With a few significant exceptions, any costs incurred in the process of earning money -- such as the cost of taking a client to lunch, the cost of using your personal vehicle for company work, using your personal tools on the job, or dues and certain other payments to unions or other professional organizations -- can be deducted from your income for tax purposes. Not all payments to the union are deductible, though, and the U.S. tax code imposes some restrictions.
Union Dues Check-Off
Most union members pay their dues through a system traditionally called check-off, in which the employer deducts the dues from members’ wages and gives them to the union. When dues check-off is not a provision of the union contract, members pay their dues and other fees directly to the union. Regardless of how union dues are paid, and regardless of whether the work site is in a right-to-work state or not, the dues, as well as initiation fees, are deductible from the union member’s annual income taxes.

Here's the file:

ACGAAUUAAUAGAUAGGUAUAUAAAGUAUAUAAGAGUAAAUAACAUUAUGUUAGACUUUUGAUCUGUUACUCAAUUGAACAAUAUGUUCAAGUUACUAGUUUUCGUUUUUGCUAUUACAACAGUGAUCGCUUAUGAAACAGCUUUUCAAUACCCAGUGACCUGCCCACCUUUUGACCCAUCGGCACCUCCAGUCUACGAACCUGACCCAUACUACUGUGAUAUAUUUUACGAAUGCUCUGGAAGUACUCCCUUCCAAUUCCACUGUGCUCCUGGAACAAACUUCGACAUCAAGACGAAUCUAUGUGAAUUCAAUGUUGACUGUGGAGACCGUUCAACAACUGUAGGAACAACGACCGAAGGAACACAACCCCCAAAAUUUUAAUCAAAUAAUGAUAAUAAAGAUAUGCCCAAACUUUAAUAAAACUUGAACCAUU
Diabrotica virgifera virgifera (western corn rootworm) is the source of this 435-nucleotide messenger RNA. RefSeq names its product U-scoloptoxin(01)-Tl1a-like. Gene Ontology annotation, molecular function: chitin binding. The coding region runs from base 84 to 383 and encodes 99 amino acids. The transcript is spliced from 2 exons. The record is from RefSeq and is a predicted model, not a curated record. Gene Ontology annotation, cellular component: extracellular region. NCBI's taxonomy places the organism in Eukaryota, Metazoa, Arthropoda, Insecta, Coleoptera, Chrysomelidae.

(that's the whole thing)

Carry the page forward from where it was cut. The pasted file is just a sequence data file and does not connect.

Amounts paid to the union for any form of insurance or pension, even if mandatory, are not deductible. Likewise, amounts paid to the union to support political activities, such as lobbying or political campaigning, are not deductible. These amounts are usually clearly differentiated on receipts and statements.
You must itemize deductions on Schedule A of Form 1040 – you cannot claim the union dues deduction on either Forms 1040A or 1040--EZ. In addition, union dues fall under a category of deductions called Job Expenses and Certain Miscellaneous Deductions, which are listed on a separate form, Form 2106, with that total transferred to Schedule A. The total amount of these expenses – union dues and initiation fees, protective clothing, special uniforms, tools used in your work, unreimbursed travel and transportation costs except commuting, job search expenses and a host of others that can be found in IRS Publication 535, Business Expenses – must exceed 2 percent of your adjusted gross income, and only the amount that exceeds 2 percent of your AGI actually gets deducted.
Claiming the Deduction
To claim the union dues deduction, you must itemize your expenses on Form 1040, Schedule A. Find your annual union dues payment amount either from the W-2 form your employer sends you, the last pay stub of the year, which will show the year-to-date amount or your own checkbook. Enter this on line 3 of Form 2106, Employee Business Expenses. Use this form to list other unreimbursed business expenses and complete it, transferring the amount on line 10 to line 21 of Schedule A.
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